Burnout causes 75 percent of executives to leave their jobs within 5 years. Research shows being lonely could even increase the chances of early death by 20 percent.
Overall, loneliness impacts productivity (38%), stress levels (68%), and relationships (43%).
What’s even more worrying is that you may not even know you are isolating yourself.
Research found that a CEO’s sense of being in control is a buffer against loneliness. A feeling of power can reduce your need to belong to social groups.
If you don’t feel the need to belong, you don’t make an effort to belong.
Being a leader is not easy. There is a dark side to positions of authority – insecurity, anxiety, fear, isolation, and a sense of power that feeds on itself. Constantly projecting a false image can be exhausting.
By concealing your true state of mind you are sabotaging your own game.
Being at the top doesn’t mean you have all the answers. As a CEO it’s easy to develop blind spots that can lead to costly mistakes. If you stop communication because you feel you know best, accepting feedback on your actions can be a challenge in itself.
What you need is a sounding board.
A circle of trust.
Would it be so bad to show vulnerability?
Not according to Patrick Frost, CEO of Swiss Life. To Patrick vulnerability means not being afraid to show weakness. He believes showing weakness fosters discussion about key problems. It allows other people to step forward and discuss important things.
Allowing others to see a vulnerable side to you, makes you more human. More approachable. When you confide in others they trust you more. When you let people see the real you, you break away the shell of isolation.
The first step to solve any problem is to first accept that there is a problem.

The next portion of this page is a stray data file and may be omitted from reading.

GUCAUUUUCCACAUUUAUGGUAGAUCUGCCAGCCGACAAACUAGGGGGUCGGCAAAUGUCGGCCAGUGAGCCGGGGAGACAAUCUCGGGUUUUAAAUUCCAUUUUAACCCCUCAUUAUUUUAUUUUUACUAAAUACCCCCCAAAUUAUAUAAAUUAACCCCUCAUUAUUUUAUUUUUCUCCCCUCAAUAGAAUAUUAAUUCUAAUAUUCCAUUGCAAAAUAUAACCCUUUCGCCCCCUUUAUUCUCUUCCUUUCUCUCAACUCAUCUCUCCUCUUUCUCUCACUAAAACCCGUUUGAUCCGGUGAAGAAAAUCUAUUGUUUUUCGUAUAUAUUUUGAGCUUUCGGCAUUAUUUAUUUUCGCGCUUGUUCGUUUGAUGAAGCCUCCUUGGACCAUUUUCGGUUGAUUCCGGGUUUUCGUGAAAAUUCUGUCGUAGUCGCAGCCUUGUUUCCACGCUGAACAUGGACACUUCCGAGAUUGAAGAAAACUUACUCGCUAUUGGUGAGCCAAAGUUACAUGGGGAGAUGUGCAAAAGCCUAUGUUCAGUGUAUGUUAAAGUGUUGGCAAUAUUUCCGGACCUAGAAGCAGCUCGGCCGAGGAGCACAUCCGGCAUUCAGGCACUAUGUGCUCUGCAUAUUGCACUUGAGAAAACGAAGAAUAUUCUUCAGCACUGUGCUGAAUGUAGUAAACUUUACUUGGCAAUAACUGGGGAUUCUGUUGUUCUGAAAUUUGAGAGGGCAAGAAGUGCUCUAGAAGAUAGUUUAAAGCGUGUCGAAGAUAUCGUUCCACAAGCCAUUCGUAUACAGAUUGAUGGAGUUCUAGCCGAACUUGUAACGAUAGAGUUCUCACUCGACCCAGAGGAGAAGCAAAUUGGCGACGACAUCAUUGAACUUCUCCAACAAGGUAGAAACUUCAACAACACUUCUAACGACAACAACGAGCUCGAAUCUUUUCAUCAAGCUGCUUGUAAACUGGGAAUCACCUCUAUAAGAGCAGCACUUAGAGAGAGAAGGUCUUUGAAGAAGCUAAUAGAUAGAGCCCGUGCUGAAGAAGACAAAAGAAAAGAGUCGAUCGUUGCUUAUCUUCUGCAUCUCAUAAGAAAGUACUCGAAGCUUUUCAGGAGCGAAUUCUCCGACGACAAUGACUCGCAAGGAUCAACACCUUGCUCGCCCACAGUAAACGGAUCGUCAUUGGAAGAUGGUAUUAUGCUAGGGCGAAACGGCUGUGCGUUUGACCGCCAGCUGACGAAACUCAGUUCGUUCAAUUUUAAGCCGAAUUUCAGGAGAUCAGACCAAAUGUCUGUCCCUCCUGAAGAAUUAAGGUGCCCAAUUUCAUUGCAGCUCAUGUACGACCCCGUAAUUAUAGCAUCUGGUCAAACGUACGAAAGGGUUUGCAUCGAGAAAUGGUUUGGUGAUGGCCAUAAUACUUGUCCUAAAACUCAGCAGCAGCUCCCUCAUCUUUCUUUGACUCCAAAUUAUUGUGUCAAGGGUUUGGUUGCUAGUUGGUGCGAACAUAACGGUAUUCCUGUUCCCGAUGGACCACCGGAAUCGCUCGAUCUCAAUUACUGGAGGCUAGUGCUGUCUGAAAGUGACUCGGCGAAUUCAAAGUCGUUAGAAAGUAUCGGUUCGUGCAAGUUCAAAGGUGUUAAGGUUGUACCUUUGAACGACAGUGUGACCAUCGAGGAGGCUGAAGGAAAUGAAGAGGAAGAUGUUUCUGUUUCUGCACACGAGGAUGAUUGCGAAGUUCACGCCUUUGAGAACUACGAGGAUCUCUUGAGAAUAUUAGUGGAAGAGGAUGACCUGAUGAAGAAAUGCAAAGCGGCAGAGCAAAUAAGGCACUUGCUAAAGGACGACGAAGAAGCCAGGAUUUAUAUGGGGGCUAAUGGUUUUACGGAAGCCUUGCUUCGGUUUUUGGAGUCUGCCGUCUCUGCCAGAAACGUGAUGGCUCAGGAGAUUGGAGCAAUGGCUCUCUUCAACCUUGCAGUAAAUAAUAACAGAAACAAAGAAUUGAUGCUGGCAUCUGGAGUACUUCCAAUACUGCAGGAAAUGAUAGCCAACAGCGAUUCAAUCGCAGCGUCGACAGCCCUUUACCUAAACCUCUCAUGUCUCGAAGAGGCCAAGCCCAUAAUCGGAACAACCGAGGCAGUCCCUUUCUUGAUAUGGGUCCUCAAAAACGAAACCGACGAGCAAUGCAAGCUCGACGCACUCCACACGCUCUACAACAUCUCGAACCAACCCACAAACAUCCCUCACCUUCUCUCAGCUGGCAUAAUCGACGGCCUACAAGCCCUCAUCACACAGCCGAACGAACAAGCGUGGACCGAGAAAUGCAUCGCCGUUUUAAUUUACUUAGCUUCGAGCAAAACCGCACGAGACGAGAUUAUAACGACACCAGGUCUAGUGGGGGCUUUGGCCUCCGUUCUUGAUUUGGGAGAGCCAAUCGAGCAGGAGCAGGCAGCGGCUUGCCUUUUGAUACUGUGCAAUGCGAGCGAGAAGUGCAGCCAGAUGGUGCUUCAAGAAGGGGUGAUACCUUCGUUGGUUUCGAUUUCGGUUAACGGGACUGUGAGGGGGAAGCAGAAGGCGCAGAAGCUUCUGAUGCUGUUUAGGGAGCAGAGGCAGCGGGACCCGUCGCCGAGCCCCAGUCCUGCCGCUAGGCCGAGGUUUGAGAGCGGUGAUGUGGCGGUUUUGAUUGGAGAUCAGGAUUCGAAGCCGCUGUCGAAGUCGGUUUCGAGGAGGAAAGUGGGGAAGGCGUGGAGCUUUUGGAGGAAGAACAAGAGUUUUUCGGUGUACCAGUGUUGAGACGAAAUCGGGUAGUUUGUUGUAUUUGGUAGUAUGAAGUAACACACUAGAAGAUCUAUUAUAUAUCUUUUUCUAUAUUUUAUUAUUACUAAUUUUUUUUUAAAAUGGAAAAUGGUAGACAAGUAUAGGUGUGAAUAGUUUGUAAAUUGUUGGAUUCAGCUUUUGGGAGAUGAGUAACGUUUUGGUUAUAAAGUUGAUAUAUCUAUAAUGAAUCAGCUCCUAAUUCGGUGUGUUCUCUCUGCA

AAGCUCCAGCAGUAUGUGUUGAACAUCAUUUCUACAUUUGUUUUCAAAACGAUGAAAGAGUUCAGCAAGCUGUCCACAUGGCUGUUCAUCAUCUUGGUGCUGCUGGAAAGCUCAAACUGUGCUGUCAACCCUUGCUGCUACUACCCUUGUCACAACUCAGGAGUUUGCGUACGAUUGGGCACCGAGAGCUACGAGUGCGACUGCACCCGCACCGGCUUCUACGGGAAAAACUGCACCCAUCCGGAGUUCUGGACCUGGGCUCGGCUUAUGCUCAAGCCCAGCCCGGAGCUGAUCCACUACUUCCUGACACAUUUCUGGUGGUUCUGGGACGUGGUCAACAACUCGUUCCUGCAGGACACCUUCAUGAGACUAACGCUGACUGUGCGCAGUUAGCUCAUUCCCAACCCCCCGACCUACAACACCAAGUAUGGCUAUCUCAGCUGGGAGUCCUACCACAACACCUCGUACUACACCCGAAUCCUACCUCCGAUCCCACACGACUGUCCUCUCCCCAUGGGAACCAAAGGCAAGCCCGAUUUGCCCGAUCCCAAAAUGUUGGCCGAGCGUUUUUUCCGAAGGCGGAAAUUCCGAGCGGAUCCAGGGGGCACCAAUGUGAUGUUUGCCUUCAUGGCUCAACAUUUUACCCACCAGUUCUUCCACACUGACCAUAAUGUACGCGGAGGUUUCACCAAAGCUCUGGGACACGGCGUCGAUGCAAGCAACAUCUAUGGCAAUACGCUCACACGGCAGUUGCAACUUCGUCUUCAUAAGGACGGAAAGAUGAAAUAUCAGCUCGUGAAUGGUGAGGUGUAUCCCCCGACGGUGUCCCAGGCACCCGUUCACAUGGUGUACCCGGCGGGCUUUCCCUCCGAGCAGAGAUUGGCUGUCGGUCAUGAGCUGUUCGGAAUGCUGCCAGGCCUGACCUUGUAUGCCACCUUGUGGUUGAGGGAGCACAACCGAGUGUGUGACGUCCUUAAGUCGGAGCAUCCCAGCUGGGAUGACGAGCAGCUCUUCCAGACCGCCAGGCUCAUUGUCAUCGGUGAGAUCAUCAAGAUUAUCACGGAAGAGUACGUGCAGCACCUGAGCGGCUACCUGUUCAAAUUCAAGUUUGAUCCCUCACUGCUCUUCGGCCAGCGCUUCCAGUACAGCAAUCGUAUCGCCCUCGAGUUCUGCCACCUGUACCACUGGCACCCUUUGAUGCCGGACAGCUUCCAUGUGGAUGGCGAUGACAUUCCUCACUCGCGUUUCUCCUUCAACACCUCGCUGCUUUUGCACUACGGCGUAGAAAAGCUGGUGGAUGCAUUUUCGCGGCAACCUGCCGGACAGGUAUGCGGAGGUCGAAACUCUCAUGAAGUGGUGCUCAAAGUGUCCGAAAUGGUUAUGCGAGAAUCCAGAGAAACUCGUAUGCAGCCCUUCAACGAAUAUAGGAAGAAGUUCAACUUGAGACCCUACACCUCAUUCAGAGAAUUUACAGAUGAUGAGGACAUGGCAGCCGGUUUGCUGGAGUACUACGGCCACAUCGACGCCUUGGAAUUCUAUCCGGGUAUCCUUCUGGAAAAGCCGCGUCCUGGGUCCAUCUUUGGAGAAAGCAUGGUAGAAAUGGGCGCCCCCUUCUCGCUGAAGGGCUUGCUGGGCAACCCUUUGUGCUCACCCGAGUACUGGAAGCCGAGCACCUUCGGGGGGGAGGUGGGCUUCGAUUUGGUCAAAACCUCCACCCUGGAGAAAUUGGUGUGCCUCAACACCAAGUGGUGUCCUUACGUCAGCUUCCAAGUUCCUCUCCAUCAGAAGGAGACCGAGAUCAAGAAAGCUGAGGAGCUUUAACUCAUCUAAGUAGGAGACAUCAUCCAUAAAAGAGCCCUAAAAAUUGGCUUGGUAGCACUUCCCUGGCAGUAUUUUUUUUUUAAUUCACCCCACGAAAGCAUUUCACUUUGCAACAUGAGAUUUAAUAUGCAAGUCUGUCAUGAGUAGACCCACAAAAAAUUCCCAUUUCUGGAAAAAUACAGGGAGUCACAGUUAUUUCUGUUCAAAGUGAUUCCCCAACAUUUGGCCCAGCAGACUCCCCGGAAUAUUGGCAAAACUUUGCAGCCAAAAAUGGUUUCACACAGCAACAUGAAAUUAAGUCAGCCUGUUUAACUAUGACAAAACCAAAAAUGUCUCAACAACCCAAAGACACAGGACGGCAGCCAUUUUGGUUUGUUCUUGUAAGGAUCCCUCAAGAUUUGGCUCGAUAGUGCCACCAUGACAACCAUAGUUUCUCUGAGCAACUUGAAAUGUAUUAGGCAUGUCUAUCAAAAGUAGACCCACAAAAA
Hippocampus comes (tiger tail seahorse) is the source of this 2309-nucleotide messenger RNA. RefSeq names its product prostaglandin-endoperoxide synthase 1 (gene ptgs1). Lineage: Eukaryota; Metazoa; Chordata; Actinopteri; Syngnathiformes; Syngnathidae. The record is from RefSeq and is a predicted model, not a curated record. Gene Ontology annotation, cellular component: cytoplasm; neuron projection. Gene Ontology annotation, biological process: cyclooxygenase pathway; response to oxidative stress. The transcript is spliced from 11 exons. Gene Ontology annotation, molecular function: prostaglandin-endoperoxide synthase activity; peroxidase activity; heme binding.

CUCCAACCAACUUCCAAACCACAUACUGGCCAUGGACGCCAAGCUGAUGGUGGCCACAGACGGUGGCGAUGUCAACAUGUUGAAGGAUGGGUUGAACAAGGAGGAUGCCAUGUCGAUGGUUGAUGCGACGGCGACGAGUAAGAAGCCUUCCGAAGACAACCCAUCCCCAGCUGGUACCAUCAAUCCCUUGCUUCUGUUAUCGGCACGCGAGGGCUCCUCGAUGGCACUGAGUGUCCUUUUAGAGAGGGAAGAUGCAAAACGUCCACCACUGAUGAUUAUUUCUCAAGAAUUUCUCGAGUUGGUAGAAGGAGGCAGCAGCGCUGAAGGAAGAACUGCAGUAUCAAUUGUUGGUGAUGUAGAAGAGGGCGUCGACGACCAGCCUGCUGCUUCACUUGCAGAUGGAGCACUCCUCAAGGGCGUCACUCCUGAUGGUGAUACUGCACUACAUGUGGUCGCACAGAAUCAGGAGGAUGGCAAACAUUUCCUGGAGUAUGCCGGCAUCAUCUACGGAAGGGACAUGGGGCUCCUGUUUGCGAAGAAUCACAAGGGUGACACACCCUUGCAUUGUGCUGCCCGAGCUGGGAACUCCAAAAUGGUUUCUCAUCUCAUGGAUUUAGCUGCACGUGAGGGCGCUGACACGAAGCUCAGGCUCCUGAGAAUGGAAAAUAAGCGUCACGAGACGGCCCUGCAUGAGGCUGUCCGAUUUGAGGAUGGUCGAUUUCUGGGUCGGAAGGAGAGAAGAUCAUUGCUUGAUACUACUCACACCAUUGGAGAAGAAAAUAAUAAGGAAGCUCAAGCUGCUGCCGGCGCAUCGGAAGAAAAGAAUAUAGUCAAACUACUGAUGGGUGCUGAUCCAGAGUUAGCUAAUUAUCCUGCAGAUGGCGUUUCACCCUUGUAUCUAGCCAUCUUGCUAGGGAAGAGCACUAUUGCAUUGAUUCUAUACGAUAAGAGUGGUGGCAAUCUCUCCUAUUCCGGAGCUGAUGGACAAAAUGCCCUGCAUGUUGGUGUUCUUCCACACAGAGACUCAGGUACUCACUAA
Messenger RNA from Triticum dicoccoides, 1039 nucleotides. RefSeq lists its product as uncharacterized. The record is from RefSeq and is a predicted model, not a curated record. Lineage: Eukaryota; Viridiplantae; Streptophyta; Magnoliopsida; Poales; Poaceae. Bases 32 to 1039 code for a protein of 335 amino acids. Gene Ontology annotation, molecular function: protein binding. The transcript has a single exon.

Many founder and CEOs are coming forward to accept that they are lonely and isolated and afraid of showing weakness.
They’ve seen the damage it can do to their performance and they want to fix it. They are looking for connections beyond the formal business network to get new opinions, unbiased feedback, and just have someone to confide in.
Leaders want to escape their bubble and share their feelings with a non-judgmental set.
Where do you find people who would empathize? It’s your friends, family, and people who’ve been through the same experiences.
It is important to lean into deep friendships. It’s important to connect with individuals who may have a similar experience (entrepreneurs connecting with entrepreneurs) or drastically different ones (entrepreneurs connecting with artists).
It’s important to stop talking shop and talk about you instead. The idea is to move beyond the talks of building partnerships to talks that connect you as individuals.
To foster friendship and genuine connection. To change the dialogue from “what do you do” to “what are you most excited about in your personal life”.
Mayo Clinic found that deep personal connections decrease stress, anxiety, and the risk of depression. Close relationships can change your fundamental biology – improving your immune system and reducing mortality.
Remember no one is an island. We do not succeed alone. Authentic leaders are not afraid to show that they need support, guidance, and human connection as much as anyone else.
Have you struggled with loneliness at the top? What can you do to build real connections, trust people, and expand the network you can rely on?
In a more connected world we have an opportunity to come together. Next time you feel lonely, try these things: